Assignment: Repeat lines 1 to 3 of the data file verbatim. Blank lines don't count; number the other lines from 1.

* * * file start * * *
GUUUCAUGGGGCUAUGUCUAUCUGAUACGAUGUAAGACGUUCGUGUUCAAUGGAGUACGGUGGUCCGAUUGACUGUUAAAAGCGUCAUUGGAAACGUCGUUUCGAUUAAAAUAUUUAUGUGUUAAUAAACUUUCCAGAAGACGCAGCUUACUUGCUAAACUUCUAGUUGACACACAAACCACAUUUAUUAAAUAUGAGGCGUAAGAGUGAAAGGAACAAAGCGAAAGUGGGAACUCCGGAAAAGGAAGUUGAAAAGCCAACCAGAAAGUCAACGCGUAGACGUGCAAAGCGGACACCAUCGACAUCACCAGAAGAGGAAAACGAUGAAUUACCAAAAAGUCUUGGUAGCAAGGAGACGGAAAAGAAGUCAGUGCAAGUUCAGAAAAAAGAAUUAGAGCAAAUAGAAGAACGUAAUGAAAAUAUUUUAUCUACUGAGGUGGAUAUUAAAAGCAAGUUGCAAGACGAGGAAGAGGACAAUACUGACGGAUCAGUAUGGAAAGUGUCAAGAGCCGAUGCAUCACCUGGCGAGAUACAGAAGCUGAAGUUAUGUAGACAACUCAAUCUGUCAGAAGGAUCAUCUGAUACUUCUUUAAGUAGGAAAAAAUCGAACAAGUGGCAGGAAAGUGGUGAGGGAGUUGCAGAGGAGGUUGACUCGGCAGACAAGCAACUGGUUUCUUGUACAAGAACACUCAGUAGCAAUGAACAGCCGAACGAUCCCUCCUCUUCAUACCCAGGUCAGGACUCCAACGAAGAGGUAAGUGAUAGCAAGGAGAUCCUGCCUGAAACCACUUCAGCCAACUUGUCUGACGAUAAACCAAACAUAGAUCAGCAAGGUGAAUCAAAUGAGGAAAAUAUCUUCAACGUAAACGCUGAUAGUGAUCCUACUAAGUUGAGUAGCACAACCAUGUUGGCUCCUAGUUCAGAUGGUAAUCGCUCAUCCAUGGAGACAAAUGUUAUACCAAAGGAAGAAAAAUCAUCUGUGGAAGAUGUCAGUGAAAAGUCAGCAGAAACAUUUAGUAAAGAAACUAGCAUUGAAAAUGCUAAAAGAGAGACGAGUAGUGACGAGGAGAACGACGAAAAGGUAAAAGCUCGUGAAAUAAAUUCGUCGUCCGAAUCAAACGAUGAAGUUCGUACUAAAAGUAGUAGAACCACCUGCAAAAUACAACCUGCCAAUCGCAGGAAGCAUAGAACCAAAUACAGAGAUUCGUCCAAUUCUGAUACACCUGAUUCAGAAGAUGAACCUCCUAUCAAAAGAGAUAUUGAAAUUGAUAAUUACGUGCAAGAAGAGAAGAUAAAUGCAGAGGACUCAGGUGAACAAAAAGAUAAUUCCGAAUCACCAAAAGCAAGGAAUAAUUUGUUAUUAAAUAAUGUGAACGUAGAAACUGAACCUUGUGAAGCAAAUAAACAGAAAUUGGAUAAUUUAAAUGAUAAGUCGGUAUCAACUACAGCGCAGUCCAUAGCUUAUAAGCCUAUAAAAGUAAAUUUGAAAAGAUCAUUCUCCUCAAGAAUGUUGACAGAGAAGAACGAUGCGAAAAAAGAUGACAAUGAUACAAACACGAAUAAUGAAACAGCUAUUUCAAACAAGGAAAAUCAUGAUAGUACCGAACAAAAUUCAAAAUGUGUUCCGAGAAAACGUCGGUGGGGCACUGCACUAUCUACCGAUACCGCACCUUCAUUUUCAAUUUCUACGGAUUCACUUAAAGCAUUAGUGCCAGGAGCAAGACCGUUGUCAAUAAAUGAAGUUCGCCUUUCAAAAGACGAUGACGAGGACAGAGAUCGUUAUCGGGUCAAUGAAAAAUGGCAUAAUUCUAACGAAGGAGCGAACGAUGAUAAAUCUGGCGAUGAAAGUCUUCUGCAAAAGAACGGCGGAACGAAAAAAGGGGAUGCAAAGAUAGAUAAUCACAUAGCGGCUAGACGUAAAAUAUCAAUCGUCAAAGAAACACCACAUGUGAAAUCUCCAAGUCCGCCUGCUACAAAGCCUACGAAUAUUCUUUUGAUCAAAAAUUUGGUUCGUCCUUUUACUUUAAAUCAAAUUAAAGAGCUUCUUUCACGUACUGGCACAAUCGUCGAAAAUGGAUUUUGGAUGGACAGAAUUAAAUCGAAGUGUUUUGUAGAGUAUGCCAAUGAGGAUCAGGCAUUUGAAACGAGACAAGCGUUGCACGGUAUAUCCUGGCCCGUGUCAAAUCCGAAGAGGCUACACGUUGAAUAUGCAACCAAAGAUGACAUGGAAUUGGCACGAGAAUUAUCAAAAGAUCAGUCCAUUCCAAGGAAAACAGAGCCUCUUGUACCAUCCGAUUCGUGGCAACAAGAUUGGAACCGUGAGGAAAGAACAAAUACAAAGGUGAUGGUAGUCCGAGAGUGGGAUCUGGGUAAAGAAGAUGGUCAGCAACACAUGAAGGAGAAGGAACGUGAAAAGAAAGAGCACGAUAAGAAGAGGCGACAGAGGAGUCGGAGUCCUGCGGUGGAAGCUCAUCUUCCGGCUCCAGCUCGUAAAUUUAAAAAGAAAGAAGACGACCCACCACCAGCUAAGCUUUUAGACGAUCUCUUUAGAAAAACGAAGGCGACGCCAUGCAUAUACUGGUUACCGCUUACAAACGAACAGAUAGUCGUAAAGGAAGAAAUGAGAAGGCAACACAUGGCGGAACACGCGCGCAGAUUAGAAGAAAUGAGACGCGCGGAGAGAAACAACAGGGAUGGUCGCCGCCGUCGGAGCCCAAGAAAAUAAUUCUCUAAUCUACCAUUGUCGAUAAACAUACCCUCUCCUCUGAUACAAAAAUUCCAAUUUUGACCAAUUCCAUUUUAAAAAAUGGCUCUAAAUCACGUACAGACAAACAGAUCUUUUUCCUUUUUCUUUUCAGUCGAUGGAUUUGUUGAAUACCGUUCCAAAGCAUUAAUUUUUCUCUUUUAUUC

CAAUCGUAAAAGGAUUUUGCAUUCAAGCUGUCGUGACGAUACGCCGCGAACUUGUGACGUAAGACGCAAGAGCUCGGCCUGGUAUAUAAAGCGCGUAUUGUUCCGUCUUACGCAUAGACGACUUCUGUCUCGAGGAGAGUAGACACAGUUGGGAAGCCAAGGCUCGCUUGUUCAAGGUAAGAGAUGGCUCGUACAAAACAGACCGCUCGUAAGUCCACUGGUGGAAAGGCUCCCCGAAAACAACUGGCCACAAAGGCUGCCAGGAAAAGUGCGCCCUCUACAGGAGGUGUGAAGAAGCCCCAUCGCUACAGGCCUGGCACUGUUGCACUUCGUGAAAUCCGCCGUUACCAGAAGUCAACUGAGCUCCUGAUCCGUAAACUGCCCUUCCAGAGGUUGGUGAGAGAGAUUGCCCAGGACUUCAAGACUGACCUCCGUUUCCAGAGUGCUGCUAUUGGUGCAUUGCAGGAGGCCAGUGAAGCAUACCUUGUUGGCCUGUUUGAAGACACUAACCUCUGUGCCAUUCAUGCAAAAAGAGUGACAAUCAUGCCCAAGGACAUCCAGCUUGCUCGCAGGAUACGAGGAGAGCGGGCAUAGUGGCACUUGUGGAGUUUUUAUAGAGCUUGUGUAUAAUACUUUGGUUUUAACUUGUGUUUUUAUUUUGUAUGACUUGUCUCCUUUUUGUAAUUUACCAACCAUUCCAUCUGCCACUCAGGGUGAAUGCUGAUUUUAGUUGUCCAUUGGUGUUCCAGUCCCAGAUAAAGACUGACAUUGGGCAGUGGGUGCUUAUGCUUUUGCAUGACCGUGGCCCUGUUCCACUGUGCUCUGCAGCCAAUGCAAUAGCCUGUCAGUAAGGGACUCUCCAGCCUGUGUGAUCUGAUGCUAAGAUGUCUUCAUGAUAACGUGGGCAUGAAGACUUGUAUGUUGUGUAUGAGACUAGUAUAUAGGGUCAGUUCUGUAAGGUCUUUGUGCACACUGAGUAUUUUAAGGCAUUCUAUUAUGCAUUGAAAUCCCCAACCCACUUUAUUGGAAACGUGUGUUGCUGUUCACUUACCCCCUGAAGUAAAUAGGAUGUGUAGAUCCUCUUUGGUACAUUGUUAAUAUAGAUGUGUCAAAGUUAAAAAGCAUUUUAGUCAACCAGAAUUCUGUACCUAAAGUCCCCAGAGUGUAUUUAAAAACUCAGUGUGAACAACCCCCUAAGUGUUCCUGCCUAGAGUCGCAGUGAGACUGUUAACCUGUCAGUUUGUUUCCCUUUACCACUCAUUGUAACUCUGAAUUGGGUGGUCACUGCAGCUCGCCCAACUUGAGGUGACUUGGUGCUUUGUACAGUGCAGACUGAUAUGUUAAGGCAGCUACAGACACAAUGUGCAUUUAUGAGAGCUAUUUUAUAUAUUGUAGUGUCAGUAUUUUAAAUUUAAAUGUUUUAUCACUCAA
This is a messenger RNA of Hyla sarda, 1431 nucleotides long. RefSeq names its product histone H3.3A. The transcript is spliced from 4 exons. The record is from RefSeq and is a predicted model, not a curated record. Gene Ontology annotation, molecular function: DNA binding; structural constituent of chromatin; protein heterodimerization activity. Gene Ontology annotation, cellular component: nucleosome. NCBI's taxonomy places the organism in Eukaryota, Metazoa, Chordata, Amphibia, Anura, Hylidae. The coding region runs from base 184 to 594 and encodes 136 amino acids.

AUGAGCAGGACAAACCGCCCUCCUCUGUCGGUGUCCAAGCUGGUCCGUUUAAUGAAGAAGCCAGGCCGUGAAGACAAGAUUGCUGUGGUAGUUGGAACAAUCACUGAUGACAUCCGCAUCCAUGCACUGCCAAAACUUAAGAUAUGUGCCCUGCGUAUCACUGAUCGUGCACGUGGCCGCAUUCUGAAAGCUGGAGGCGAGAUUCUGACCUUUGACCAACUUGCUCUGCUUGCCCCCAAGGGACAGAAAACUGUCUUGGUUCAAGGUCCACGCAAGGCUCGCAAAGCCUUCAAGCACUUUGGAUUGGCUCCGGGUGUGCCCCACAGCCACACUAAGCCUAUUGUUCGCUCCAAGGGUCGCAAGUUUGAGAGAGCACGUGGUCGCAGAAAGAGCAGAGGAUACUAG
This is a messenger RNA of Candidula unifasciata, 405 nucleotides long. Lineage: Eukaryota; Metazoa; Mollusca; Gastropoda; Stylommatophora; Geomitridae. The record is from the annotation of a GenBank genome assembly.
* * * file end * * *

GUUUCAUGGGGCUAUGUCUAUCUGAUACGAUGUAAGACGUUCGUGUUCAAUGGAGUACGGUGGUCCGAUUGACUGUUAAAAGCGUCAUUGGAAACGUCGUUUCGAUUAAAAUAUUUAUGUGUUAAUAAACUUUCCAGAAGACGCAGCUUACUUGCUAAACUUCUAGUUGACACACAAACCACAUUUAUUAAAUAUGAGGCGUAAGAGUGAAAGGAACAAAGCGAAAGUGGGAACUCCGGAAAAGGAAGUUGAAAAGCCAACCAGAAAGUCAACGCGUAGACGUGCAAAGCGGACACCAUCGACAUCACCAGAAGAGGAAAACGAUGAAUUACCAAAAAGUCUUGGUAGCAAGGAGACGGAAAAGAAGUCAGUGCAAGUUCAGAAAAAAGAAUUAGAGCAAAUAGAAGAACGUAAUGAAAAUAUUUUAUCUACUGAGGUGGAUAUUAAAAGCAAGUUGCAAGACGAGGAAGAGGACAAUACUGACGGAUCAGUAUGGAAAGUGUCAAGAGCCGAUGCAUCACCUGGCGAGAUACAGAAGCUGAAGUUAUGUAGACAACUCAAUCUGUCAGAAGGAUCAUCUGAUACUUCUUUAAGUAGGAAAAAAUCGAACAAGUGGCAGGAAAGUGGUGAGGGAGUUGCAGAGGAGGUUGACUCGGCAGACAAGCAACUGGUUUCUUGUACAAGAACACUCAGUAGCAAUGAACAGCCGAACGAUCCCUCCUCUUCAUACCCAGGUCAGGACUCCAACGAAGAGGUAAGUGAUAGCAAGGAGAUCCUGCCUGAAACCACUUCAGCCAACUUGUCUGACGAUAAACCAAACAUAGAUCAGCAAGGUGAAUCAAAUGAGGAAAAUAUCUUCAACGUAAACGCUGAUAGUGAUCCUACUAAGUUGAGUAGCACAACCAUGUUGGCUCCUAGUUCAGAUGGUAAUCGCUCAUCCAUGGAGACAAAUGUUAUACCAAAGGAAGAAAAAUCAUCUGUGGAAGAUGUCAGUGAAAAGUCAGCAGAAACAUUUAGUAAAGAAACUAGCAUUGAAAAUGCUAAAAGAGAGACGAGUAGUGACGAGGAGAACGACGAAAAGGUAAAAGCUCGUGAAAUAAAUUCGUCGUCCGAAUCAAACGAUGAAGUUCGUACUAAAAGUAGUAGAACCACCUGCAAAAUACAACCUGCCAAUCGCAGGAAGCAUAGAACCAAAUACAGAGAUUCGUCCAAUUCUGAUACACCUGAUUCAGAAGAUGAACCUCCUAUCAAAAGAGAUAUUGAAAUUGAUAAUUACGUGCAAGAAGAGAAGAUAAAUGCAGAGGACUCAGGUGAACAAAAAGAUAAUUCCGAAUCACCAAAAGCAAGGAAUAAUUUGUUAUUAAAUAAUGUGAACGUAGAAACUGAACCUUGUGAAGCAAAUAAACAGAAAUUGGAUAAUUUAAAUGAUAAGUCGGUAUCAACUACAGCGCAGUCCAUAGCUUAUAAGCCUAUAAAAGUAAAUUUGAAAAGAUCAUUCUCCUCAAGAAUGUUGACAGAGAAGAACGAUGCGAAAAAAGAUGACAAUGAUACAAACACGAAUAAUGAAACAGCUAUUUCAAACAAGGAAAAUCAUGAUAGUACCGAACAAAAUUCAAAAUGUGUUCCGAGAAAACGUCGGUGGGGCACUGCACUAUCUACCGAUACCGCACCUUCAUUUUCAAUUUCUACGGAUUCACUUAAAGCAUUAGUGCCAGGAGCAAGACCGUUGUCAAUAAAUGAAGUUCGCCUUUCAAAAGACGAUGACGAGGACAGAGAUCGUUAUCGGGUCAAUGAAAAAUGGCAUAAUUCUAACGAAGGAGCGAACGAUGAUAAAUCUGGCGAUGAAAGUCUUCUGCAAAAGAACGGCGGAACGAAAAAAGGGGAUGCAAAGAUAGAUAAUCACAUAGCGGCUAGACGUAAAAUAUCAAUCGUCAAAGAAACACCACAUGUGAAAUCUCCAAGUCCGCCUGCUACAAAGCCUACGAAUAUUCUUUUGAUCAAAAAUUUGGUUCGUCCUUUUACUUUAAAUCAAAUUAAAGAGCUUCUUUCACGUACUGGCACAAUCGUCGAAAAUGGAUUUUGGAUGGACAGAAUUAAAUCGAAGUGUUUUGUAGAGUAUGCCAAUGAGGAUCAGGCAUUUGAAACGAGACAAGCGUUGCACGGUAUAUCCUGGCCCGUGUCAAAUCCGAAGAGGCUACACGUUGAAUAUGCAACCAAAGAUGACAUGGAAUUGGCACGAGAAUUAUCAAAAGAUCAGUCCAUUCCAAGGAAAACAGAGCCUCUUGUACCAUCCGAUUCGUGGCAACAAGAUUGGAACCGUGAGGAAAGAACAAAUACAAAGGUGAUGGUAGUCCGAGAGUGGGAUCUGGGUAAAGAAGAUGGUCAGCAACACAUGAAGGAGAAGGAACGUGAAAAGAAAGAGCACGAUAAGAAGAGGCGACAGAGGAGUCGGAGUCCUGCGGUGGAAGCUCAUCUUCCGGCUCCAGCUCGUAAAUUUAAAAAGAAAGAAGACGACCCACCACCAGCUAAGCUUUUAGACGAUCUCUUUAGAAAAACGAAGGCGACGCCAUGCAUAUACUGGUUACCGCUUACAAACGAACAGAUAGUCGUAAAGGAAGAAAUGAGAAGGCAACACAUGGCGGAACACGCGCGCAGAUUAGAAGAAAUGAGACGCGCGGAGAGAAACAACAGGGAUGGUCGCCGCCGUCGGAGCCCAAGAAAAUAAUUCUCUAAUCUACCAUUGUCGAUAAACAUACCCUCUCCUCUGAUACAAAAAUUCCAAUUUUGACCAAUUCCAUUUUAAAAAAUGGCUCUAAAUCACGUACAGACAAACAGAUCUUUUUCCUUUUUCUUUUCAGUCGAUGGAUUUGUUGAAUACCGUUCCAAAGCAUUAAUUUUUCUCUUUUAUUC

CAAUCGUAAAAGGAUUUUGCAUUCAAGCUGUCGUGACGAUACGCCGCGAACUUGUGACGUAAGACGCAAGAGCUCGGCCUGGUAUAUAAAGCGCGUAUUGUUCCGUCUUACGCAUAGACGACUUCUGUCUCGAGGAGAGUAGACACAGUUGGGAAGCCAAGGCUCGCUUGUUCAAGGUAAGAGAUGGCUCGUACAAAACAGACCGCUCGUAAGUCCACUGGUGGAAAGGCUCCCCGAAAACAACUGGCCACAAAGGCUGCCAGGAAAAGUGCGCCCUCUACAGGAGGUGUGAAGAAGCCCCAUCGCUACAGGCCUGGCACUGUUGCACUUCGUGAAAUCCGCCGUUACCAGAAGUCAACUGAGCUCCUGAUCCGUAAACUGCCCUUCCAGAGGUUGGUGAGAGAGAUUGCCCAGGACUUCAAGACUGACCUCCGUUUCCAGAGUGCUGCUAUUGGUGCAUUGCAGGAGGCCAGUGAAGCAUACCUUGUUGGCCUGUUUGAAGACACUAACCUCUGUGCCAUUCAUGCAAAAAGAGUGACAAUCAUGCCCAAGGACAUCCAGCUUGCUCGCAGGAUACGAGGAGAGCGGGCAUAGUGGCACUUGUGGAGUUUUUAUAGAGCUUGUGUAUAAUACUUUGGUUUUAACUUGUGUUUUUAUUUUGUAUGACUUGUCUCCUUUUUGUAAUUUACCAACCAUUCCAUCUGCCACUCAGGGUGAAUGCUGAUUUUAGUUGUCCAUUGGUGUUCCAGUCCCAGAUAAAGACUGACAUUGGGCAGUGGGUGCUUAUGCUUUUGCAUGACCGUGGCCCUGUUCCACUGUGCUCUGCAGCCAAUGCAAUAGCCUGUCAGUAAGGGACUCUCCAGCCUGUGUGAUCUGAUGCUAAGAUGUCUUCAUGAUAACGUGGGCAUGAAGACUUGUAUGUUGUGUAUGAGACUAGUAUAUAGGGUCAGUUCUGUAAGGUCUUUGUGCACACUGAGUAUUUUAAGGCAUUCUAUUAUGCAUUGAAAUCCCCAACCCACUUUAUUGGAAACGUGUGUUGCUGUUCACUUACCCCCUGAAGUAAAUAGGAUGUGUAGAUCCUCUUUGGUACAUUGUUAAUAUAGAUGUGUCAAAGUUAAAAAGCAUUUUAGUCAACCAGAAUUCUGUACCUAAAGUCCCCAGAGUGUAUUUAAAAACUCAGUGUGAACAACCCCCUAAGUGUUCCUGCCUAGAGUCGCAGUGAGACUGUUAACCUGUCAGUUUGUUUCCCUUUACCACUCAUUGUAACUCUGAAUUGGGUGGUCACUGCAGCUCGCCCAACUUGAGGUGACUUGGUGCUUUGUACAGUGCAGACUGAUAUGUUAAGGCAGCUACAGACACAAUGUGCAUUUAUGAGAGCUAUUUUAUAUAUUGUAGUGUCAGUAUUUUAAAUUUAAAUGUUUUAUCACUCAA
This is a messenger RNA of Hyla sarda, 1431 nucleotides long. RefSeq names its product histone H3.3A. The transcript is spliced from 4 exons. The record is from RefSeq and is a predicted model, not a curated record. Gene Ontology annotation, molecular function: DNA binding; structural constituent of chromatin; protein heterodimerization activity. Gene Ontology annotation, cellular component: nucleosome. NCBI's taxonomy places the organism in Eukaryota, Metazoa, Chordata, Amphibia, Anura, Hylidae. The coding region runs from base 184 to 594 and encodes 136 amino acids.